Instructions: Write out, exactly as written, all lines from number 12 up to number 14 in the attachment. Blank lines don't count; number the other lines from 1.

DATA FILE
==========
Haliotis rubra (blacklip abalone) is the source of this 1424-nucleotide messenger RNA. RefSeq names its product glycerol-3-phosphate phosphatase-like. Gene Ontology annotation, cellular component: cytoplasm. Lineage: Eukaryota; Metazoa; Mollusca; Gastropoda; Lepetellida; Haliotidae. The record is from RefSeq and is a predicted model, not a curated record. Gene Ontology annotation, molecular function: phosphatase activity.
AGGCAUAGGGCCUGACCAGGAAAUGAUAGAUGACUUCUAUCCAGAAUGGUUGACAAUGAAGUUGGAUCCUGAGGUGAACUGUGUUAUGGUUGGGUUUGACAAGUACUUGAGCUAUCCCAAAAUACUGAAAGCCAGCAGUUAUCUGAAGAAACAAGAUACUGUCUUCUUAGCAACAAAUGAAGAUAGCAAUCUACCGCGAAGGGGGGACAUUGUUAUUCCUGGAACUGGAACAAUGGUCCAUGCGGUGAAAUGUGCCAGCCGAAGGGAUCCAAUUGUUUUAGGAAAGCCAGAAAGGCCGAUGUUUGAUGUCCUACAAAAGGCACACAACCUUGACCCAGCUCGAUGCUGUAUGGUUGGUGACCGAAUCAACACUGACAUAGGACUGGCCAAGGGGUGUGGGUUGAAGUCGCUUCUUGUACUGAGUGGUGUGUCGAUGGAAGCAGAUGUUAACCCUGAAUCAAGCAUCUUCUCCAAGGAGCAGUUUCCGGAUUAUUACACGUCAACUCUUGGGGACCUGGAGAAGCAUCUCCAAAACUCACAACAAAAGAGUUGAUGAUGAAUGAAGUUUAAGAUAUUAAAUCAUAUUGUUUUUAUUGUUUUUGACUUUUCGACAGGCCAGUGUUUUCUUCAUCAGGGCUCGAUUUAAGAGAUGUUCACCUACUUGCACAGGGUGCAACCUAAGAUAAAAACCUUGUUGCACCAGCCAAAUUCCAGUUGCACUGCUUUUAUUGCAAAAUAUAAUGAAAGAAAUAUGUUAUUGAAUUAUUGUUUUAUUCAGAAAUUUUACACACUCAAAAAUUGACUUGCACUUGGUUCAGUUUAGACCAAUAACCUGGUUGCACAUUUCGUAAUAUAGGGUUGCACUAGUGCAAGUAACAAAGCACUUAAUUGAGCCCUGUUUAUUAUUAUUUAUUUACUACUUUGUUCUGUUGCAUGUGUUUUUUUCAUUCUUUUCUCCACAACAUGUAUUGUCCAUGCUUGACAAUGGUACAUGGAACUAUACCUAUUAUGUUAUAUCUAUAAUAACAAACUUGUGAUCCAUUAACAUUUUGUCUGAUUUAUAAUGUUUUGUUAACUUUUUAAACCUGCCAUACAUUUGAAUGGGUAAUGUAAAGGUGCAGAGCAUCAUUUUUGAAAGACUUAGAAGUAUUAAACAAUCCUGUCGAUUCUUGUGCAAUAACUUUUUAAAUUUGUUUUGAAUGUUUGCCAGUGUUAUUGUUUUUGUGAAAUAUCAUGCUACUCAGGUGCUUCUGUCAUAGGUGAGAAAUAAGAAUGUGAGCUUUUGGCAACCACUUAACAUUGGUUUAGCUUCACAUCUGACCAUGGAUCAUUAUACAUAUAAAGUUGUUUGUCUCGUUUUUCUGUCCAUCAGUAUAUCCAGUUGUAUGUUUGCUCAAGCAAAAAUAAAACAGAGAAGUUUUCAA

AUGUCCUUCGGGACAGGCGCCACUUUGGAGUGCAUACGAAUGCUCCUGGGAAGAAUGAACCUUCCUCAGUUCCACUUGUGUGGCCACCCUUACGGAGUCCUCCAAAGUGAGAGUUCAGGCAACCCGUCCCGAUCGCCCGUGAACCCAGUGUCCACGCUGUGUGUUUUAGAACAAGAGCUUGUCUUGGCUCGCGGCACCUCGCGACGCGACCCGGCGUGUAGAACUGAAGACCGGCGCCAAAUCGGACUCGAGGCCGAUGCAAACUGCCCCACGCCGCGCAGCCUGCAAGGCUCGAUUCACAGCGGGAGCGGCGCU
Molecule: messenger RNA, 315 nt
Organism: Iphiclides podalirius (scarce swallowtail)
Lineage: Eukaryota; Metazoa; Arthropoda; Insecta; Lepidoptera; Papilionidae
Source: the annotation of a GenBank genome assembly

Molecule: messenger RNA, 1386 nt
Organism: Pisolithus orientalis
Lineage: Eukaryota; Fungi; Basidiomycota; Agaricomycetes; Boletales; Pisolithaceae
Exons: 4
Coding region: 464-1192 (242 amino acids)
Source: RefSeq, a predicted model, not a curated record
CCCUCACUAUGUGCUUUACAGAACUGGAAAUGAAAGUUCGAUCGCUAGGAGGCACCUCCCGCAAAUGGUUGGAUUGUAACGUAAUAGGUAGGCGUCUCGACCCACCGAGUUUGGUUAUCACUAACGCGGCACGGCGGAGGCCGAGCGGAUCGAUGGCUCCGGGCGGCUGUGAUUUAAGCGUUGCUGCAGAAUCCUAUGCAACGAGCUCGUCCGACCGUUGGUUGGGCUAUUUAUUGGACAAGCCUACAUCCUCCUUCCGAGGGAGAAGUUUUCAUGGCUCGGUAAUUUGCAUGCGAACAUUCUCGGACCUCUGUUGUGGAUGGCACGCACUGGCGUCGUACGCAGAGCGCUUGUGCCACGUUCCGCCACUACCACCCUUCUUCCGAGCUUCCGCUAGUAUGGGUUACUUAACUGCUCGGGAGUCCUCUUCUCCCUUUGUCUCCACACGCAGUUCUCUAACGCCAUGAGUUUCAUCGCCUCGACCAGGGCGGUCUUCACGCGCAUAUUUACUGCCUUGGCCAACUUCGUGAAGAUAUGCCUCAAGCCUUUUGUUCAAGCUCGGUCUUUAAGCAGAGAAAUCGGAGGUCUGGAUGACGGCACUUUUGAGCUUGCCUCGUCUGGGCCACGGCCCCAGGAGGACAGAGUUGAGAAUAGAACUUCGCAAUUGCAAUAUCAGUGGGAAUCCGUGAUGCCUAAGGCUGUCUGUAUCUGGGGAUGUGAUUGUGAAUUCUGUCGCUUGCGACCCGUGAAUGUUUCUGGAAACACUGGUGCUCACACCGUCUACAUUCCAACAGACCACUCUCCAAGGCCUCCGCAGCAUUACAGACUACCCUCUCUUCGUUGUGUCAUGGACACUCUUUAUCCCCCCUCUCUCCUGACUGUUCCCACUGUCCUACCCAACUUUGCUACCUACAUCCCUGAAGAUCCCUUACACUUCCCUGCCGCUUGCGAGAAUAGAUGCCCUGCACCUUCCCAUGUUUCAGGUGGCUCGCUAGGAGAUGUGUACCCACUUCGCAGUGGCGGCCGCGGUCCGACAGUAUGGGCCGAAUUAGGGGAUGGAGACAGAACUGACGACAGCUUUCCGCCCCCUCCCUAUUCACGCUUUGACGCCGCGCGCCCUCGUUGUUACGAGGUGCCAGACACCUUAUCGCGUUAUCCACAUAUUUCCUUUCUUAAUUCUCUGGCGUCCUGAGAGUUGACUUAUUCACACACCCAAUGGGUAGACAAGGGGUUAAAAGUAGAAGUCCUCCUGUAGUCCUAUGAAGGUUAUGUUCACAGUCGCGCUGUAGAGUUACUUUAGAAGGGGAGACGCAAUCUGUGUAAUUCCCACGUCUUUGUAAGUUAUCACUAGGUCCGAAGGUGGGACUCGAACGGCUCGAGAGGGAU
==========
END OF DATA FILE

Coding region: 464-1192 (242 amino acids)
Source: RefSeq, a predicted model, not a curated record
CCCUCACUAUGUGCUUUACAGAACUGGAAAUGAAAGUUCGAUCGCUAGGAGGCACCUCCCGCAAAUGGUUGGAUUGUAACGUAAUAGGUAGGCGUCUCGACCCACCGAGUUUGGUUAUCACUAACGCGGCACGGCGGAGGCCGAGCGGAUCGAUGGCUCCGGGCGGCUGUGAUUUAAGCGUUGCUGCAGAAUCCUAUGCAACGAGCUCGUCCGACCGUUGGUUGGGCUAUUUAUUGGACAAGCCUACAUCCUCCUUCCGAGGGAGAAGUUUUCAUGGCUCGGUAAUUUGCAUGCGAACAUUCUCGGACCUCUGUUGUGGAUGGCACGCACUGGCGUCGUACGCAGAGCGCUUGUGCCACGUUCCGCCACUACCACCCUUCUUCCGAGCUUCCGCUAGUAUGGGUUACUUAACUGCUCGGGAGUCCUCUUCUCCCUUUGUCUCCACACGCAGUUCUCUAACGCCAUGAGUUUCAUCGCCUCGACCAGGGCGGUCUUCACGCGCAUAUUUACUGCCUUGGCCAACUUCGUGAAGAUAUGCCUCAAGCCUUUUGUUCAAGCUCGGUCUUUAAGCAGAGAAAUCGGAGGUCUGGAUGACGGCACUUUUGAGCUUGCCUCGUCUGGGCCACGGCCCCAGGAGGACAGAGUUGAGAAUAGAACUUCGCAAUUGCAAUAUCAGUGGGAAUCCGUGAUGCCUAAGGCUGUCUGUAUCUGGGGAUGUGAUUGUGAAUUCUGUCGCUUGCGACCCGUGAAUGUUUCUGGAAACACUGGUGCUCACACCGUCUACAUUCCAACAGACCACUCUCCAAGGCCUCCGCAGCAUUACAGACUACCCUCUCUUCGUUGUGUCAUGGACACUCUUUAUCCCCCCUCUCUCCUGACUGUUCCCACUGUCCUACCCAACUUUGCUACCUACAUCCCUGAAGAUCCCUUACACUUCCCUGCCGCUUGCGAGAAUAGAUGCCCUGCACCUUCCCAUGUUUCAGGUGGCUCGCUAGGAGAUGUGUACCCACUUCGCAGUGGCGGCCGCGGUCCGACAGUAUGGGCCGAAUUAGGGGAUGGAGACAGAACUGACGACAGCUUUCCGCCCCCUCCCUAUUCACGCUUUGACGCCGCGCGCCCUCGUUGUUACGAGGUGCCAGACACCUUAUCGCGUUAUCCACAUAUUUCCUUUCUUAAUUCUCUGGCGUCCUGAGAGUUGACUUAUUCACACACCCAAUGGGUAGACAAGGGGUUAAAAGUAGAAGUCCUCCUGUAGUCCUAUGAAGGUUAUGUUCACAGUCGCGCUGUAGAGUUACUUUAGAAGGGGAGACGCAAUCUGUGUAAUUCCCACGUCUUUGUAAGUUAUCACUAGGUCCGAAGGUGGGACUCGAACGGCUCGAGAGGGAU